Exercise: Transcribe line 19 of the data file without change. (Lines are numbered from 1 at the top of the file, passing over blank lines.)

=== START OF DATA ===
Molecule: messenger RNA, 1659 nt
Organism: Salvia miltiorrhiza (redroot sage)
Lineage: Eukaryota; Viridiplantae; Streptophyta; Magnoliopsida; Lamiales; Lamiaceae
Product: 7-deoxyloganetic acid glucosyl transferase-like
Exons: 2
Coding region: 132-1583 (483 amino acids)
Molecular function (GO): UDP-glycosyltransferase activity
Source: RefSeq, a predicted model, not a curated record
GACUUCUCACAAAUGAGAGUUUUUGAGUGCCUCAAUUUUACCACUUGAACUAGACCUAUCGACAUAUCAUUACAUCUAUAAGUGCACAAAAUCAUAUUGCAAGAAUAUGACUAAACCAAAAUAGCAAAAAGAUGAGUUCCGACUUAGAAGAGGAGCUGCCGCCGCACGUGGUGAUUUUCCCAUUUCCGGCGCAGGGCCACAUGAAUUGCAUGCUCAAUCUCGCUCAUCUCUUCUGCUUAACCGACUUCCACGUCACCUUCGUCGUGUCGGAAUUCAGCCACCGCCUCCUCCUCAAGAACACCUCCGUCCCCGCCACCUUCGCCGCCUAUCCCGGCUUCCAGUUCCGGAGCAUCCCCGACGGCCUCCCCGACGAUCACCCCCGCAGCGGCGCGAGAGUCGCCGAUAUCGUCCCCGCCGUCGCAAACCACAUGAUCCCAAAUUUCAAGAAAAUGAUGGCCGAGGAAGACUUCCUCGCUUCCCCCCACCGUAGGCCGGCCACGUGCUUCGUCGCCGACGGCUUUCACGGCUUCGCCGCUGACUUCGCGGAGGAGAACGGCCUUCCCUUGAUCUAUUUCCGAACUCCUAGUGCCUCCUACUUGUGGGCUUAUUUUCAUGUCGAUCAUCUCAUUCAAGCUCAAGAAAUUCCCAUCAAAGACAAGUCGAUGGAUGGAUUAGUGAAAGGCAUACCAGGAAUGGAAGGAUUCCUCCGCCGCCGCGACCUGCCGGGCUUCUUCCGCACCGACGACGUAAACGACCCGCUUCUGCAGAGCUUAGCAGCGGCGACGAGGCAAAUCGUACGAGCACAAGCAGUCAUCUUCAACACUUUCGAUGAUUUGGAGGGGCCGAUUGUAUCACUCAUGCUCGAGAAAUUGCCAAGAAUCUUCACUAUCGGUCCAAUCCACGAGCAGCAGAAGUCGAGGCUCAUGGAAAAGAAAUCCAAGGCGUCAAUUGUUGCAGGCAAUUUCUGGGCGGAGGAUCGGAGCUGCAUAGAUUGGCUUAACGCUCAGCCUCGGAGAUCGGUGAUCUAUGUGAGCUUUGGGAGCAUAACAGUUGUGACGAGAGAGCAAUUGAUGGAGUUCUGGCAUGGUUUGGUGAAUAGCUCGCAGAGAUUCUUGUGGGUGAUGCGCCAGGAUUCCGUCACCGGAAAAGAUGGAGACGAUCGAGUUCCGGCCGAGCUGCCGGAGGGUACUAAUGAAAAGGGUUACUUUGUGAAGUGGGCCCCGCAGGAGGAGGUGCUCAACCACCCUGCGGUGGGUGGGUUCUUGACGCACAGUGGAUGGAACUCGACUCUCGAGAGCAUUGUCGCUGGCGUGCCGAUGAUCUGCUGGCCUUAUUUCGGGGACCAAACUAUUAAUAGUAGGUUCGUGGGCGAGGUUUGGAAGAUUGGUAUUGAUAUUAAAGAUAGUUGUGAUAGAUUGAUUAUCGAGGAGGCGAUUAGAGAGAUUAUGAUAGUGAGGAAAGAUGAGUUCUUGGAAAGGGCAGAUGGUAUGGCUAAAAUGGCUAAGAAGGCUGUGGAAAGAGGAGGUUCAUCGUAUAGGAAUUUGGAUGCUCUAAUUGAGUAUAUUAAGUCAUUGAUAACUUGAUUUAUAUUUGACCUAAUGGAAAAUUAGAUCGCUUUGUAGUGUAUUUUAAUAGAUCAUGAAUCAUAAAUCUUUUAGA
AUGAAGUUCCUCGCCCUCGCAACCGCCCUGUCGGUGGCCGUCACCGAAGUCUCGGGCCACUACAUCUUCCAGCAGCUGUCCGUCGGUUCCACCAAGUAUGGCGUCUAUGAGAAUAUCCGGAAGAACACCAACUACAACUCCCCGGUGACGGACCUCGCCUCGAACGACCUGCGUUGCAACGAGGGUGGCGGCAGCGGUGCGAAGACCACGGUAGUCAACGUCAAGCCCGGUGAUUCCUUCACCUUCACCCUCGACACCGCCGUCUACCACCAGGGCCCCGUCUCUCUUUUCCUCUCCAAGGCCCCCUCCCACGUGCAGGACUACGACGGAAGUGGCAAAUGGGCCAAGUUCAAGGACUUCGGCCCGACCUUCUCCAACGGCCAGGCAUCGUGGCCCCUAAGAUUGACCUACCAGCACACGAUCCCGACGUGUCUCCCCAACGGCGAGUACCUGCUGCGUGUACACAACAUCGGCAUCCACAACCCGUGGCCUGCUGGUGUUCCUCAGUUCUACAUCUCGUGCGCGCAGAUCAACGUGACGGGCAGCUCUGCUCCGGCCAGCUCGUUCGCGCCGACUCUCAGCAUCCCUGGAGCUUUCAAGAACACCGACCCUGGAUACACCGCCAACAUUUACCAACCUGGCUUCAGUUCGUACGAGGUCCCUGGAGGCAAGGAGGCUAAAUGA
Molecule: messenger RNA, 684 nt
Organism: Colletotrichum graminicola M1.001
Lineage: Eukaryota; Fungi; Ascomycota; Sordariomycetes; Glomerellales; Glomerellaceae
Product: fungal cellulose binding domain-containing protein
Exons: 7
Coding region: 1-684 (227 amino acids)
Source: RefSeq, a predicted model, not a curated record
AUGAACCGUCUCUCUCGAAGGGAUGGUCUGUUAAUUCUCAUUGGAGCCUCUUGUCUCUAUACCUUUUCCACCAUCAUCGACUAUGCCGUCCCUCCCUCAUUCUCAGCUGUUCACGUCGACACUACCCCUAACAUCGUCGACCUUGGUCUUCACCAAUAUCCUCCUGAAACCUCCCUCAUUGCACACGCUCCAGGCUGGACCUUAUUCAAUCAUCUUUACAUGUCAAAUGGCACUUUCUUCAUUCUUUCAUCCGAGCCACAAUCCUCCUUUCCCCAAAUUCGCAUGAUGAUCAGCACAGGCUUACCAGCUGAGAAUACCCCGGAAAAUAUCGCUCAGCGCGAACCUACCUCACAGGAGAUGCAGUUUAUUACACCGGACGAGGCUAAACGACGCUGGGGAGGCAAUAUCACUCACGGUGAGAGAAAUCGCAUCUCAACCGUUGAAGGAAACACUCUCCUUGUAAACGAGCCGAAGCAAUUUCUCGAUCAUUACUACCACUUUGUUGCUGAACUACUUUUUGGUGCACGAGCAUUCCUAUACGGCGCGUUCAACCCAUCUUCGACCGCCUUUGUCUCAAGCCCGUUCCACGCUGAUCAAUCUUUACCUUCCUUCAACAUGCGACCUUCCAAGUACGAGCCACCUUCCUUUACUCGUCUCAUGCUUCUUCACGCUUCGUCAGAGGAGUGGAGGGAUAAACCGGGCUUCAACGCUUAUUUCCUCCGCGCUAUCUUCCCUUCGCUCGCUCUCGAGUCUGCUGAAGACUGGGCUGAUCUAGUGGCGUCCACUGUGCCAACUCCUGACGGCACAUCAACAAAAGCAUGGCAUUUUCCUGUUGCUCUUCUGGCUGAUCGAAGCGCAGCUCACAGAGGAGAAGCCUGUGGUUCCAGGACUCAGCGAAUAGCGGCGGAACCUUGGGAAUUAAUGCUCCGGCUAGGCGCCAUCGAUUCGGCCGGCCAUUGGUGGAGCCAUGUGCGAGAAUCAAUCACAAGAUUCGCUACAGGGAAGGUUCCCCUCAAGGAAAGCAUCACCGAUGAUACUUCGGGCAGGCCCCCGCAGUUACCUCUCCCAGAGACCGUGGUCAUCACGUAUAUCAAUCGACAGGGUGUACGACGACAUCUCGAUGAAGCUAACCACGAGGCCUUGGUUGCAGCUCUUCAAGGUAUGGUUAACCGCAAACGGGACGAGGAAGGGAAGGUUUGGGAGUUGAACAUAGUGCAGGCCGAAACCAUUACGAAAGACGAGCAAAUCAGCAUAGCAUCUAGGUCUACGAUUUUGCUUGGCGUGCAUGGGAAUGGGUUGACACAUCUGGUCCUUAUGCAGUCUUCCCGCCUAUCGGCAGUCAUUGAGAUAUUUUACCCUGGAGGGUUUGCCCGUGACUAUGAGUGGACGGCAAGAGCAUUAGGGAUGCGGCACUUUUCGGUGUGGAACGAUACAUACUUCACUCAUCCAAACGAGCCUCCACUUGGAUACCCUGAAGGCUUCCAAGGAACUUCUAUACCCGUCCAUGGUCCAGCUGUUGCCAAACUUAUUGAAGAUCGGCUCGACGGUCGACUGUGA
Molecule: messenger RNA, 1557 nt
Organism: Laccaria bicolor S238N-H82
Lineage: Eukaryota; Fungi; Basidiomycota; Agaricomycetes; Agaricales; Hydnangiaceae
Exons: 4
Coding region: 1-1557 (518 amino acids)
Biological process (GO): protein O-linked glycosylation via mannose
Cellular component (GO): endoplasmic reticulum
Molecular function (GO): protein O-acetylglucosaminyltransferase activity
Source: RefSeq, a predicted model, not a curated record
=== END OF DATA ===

Molecule: messenger RNA, 1557 nt